In a bid to improve the safety of rural landings across Papua New Guinea, MAF is currently conducting a review of all 209 airstrips where they serve. A quarter of the airstrips (55) have successfully reopened following their surveys. MAF Pilot and Lead Surveyor, Andy Symmonds, explains what this essential work entails…
‘Following some incidents, which lead to concerns over the condition of some of Papua New Guinea’s airstrips, all the bush strips were closed to MAF operations, pending a survey, risk assessment and review. This is now well underway, which involves every MAF base in the country.
Surveys are a hot and labour-intensive business!
‘My fellow Wewak based pilot, Wilfred Knigge and I, received training in May on how to carry out surveys. Wilfred plans which airstrips we will visit in each survey, and permission is granted for the flight into each of the 'closed' airstrips.
We can’t carry passengers on these flights, but we’ve been able to take small amounts of important supplies to airstrip communities who’ve been without their lifeline for months.
We survey two strips in one day. Each strip is measured (length, width and slope), photographed and surface strength tested. The clearway and ‘Obstacle Free Gradient’ (OFG) are also assessed for any infringing obstacles.
The OFG is an imaginary slope which must be free from trees, bushes, huts etc, ensuring that the aircraft has a clear path for approach and climb out.
Our small team consists of myself, Wilfred and some others from the ‘Rural Airstrips Agency’ (RAA) and ‘Christian Radio Missionary Fellowship’ (CRMF), which is owned by MAF.
The RAA carries out surface tests and community liaison, while CRMF perform high frequency radio repairs and maintenance. I am the Lead Surveyor, which basically means I carry the equipment!
We also enlist community volunteers to assist with the survey measurements. It's very hot work, walking up and down the airstrip in the sun, and the locals are amused when we liberally apply 'marasin bilong waitman', a.k.a sunscreen!
Half of the airstrips have now been surveyed
Following each week of surveys, I produce risk assessments using the data we have gathered. This process can take longer than the survey itself!
The risk assessments are then reviewed by management who decide whether the airstrip can be reopened, or if remedial work needs to be done before it’s reopened.
So far, we have surveyed around half of the rural airstrips that MAF serve in PNG. Although many have been opened, a large number still require work.
Very few airstrips need no work. Most need minor attention, such as trees removing or drains clearing. Some airstrips however, need major work involving significant tree felling, landslide damage repair or extensive surface strengthening.
Airstrip maintenance is down to the local community
We need to operate safely, but during the closure of some airstrips, some communities are in danger of not being served by MAF.
Please pray that God will provide the means and ability for communities to restore their airstrips as quickly as possible.’
In order for an airstrip to successfully reopen, each community needs to act on MAF’s recommendations. PNG rural communities need to play their part to help restore and maintain their own airstrips.
MAF PNG Country Director, Todd Aebischer, issued the following statement to PNG’s rural communities over the summer:
‘We would like to thank you for your patience as we have been working through the challenges of coronavirus along with our own safety review.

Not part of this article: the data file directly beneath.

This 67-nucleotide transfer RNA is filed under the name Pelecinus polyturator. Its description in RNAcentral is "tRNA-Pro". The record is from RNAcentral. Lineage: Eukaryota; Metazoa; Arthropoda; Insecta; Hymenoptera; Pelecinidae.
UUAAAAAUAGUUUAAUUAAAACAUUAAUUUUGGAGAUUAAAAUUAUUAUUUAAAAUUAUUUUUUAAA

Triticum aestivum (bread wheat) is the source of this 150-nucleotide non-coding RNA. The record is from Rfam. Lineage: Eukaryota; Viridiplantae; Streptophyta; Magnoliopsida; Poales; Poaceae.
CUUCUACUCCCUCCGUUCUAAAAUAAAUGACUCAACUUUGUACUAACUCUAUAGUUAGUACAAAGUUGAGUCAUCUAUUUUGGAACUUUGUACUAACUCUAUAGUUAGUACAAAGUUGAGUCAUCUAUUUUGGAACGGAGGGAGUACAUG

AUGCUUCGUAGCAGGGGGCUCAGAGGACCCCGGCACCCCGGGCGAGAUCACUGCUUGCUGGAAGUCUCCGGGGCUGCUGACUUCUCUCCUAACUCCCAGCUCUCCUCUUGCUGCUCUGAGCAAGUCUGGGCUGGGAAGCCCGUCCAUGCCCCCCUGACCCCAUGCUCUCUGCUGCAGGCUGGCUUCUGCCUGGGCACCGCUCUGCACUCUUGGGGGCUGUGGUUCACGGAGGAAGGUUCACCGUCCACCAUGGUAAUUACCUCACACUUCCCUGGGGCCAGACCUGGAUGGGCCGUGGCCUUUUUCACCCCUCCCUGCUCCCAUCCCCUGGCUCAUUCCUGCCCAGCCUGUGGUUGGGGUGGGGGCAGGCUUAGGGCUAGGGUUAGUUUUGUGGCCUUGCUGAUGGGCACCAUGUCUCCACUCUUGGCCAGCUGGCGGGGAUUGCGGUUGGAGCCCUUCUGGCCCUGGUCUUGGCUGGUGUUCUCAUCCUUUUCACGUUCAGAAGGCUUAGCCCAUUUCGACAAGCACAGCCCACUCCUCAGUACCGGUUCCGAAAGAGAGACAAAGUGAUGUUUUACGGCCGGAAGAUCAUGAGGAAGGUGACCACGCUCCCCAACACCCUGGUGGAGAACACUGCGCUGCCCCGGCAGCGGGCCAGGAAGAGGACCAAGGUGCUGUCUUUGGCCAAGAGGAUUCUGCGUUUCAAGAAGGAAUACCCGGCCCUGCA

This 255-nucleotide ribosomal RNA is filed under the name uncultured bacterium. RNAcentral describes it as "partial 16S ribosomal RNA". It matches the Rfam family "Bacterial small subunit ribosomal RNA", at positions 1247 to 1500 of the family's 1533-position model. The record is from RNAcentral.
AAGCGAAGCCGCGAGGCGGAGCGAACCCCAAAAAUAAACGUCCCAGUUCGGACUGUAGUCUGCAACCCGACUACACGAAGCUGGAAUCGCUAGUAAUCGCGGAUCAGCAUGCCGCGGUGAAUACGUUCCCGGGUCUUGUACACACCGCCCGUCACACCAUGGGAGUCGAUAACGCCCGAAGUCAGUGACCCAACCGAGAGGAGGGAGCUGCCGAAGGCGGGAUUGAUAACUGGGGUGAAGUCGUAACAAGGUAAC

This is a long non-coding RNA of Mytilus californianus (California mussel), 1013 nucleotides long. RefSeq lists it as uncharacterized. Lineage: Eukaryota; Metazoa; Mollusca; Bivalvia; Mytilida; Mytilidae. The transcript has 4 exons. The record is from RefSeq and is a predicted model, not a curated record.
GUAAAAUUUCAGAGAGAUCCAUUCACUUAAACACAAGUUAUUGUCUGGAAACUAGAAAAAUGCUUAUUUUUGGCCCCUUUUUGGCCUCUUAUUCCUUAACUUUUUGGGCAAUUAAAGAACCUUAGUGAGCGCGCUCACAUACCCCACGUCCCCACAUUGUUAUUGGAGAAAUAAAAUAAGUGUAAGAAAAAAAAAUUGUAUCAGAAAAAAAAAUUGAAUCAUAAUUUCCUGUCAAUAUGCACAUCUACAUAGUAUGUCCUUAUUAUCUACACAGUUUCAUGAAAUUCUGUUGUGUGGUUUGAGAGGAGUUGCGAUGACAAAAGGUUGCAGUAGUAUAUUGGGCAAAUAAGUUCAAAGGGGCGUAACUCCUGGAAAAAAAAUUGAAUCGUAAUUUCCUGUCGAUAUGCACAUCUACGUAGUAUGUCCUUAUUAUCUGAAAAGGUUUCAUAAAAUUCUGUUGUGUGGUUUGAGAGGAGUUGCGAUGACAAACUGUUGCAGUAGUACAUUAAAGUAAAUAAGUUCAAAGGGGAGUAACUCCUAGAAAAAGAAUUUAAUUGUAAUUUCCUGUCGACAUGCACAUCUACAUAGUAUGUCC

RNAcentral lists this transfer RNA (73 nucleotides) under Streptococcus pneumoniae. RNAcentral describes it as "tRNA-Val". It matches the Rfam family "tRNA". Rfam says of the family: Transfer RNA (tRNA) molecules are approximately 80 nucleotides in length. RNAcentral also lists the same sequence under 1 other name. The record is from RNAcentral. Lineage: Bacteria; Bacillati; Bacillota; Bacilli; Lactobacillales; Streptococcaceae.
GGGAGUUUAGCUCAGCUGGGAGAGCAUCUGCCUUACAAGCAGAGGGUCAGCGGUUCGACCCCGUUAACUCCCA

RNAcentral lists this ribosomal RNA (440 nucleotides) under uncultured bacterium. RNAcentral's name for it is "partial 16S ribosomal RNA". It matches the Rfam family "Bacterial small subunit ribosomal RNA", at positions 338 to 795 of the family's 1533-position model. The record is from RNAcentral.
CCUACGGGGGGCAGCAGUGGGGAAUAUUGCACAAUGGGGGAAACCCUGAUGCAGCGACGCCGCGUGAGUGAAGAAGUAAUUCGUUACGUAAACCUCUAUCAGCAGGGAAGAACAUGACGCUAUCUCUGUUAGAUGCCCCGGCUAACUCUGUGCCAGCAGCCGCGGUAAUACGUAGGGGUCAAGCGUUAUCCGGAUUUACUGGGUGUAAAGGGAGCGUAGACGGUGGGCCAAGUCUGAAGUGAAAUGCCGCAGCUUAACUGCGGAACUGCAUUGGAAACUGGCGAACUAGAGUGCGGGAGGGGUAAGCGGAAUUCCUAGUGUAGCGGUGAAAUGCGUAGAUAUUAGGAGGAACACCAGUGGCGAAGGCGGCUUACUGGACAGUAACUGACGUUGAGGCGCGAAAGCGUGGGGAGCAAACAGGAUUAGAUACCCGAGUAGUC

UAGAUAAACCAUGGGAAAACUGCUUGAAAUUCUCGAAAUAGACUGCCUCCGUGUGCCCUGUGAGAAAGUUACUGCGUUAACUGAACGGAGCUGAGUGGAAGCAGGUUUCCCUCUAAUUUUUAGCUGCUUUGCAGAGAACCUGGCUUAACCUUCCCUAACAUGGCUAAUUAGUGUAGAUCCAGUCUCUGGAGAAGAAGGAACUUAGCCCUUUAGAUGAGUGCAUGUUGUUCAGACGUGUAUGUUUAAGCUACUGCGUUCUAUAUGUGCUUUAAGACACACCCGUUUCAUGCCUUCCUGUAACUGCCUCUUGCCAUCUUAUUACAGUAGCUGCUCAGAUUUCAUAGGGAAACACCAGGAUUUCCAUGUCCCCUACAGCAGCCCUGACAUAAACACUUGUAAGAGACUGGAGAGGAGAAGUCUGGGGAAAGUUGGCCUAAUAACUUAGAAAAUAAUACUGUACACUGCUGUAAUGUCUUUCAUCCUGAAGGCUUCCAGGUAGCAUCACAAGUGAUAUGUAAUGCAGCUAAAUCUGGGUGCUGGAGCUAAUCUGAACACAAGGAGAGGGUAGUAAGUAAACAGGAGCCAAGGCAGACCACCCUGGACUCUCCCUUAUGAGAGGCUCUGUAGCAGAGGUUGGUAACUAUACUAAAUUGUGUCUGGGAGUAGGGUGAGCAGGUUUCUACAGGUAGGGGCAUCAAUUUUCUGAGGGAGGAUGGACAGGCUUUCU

The condition of the rural airstrips plays a significant role in limiting our flight operations. MAF is committed to surveying every airstrip where we operate and completing a risk assessment. These risk assessments will deter whether we can provide service to a particular airstrip.
The communities will be updated on what actions need to be taken should their airstrip not meet MAF’s standards.
It is ultimately the responsibility of the community to ensure that their airstrip is properly maintained including mowing the grass and keeping the clearways free from obstruction (trees and brush).’
Andrew’s instructor training delayed by Covid-19
Andrew had hoped to finish his flight instructor training, but coronavirus has scuppered his plans:
‘Although there is currently a severe shortage of instructor pilots in PNG, there are no immediate plans to resume my instructor pilot training. Coronavirus restrictions have made travel very difficult and unpredictable.
We hope that my training will resume in November, but in the meantime, the airstrip surveys will continue.
I’m also a Base Liaison Pilot, which means I oversee the efficiency and accountability of our base operations. I act as first point of contact for matters raised by MAF headquarters in Mount Hagen. Aviation is a very expensive business and we always want to make the best use ofGod given resources to reach as many people as possible.
'Nothing surprises God and his purposes will not be thwarted’
MAF Pilot, Andy Symmonds
God still works during uncertainty
We all continue to adjust to living with changes, great or small, brought about by coronavirus. I have experienced many challenges and highlights in the last 12 months.
The situation has changed beyond imagination, but nothing surprises God and his purposes will not be thwarted. Whilst I am not serving in exactly the way I anticipated, I want God to use me in his service, whatever form that may take.
Whilst I find myself serving MAF in another capacity I didn’t expect, with uncertainty about the future, I’m reminded that God has his purpose and sees the bigger picture.
Please pray for wisdom and guidance for the PNG government as they try to lead the country through this time, and for MAF leadership as we seek to operate safely and effectively.’
MAF hopes all 209 airstrips will be fully evaluated and reopened early next year.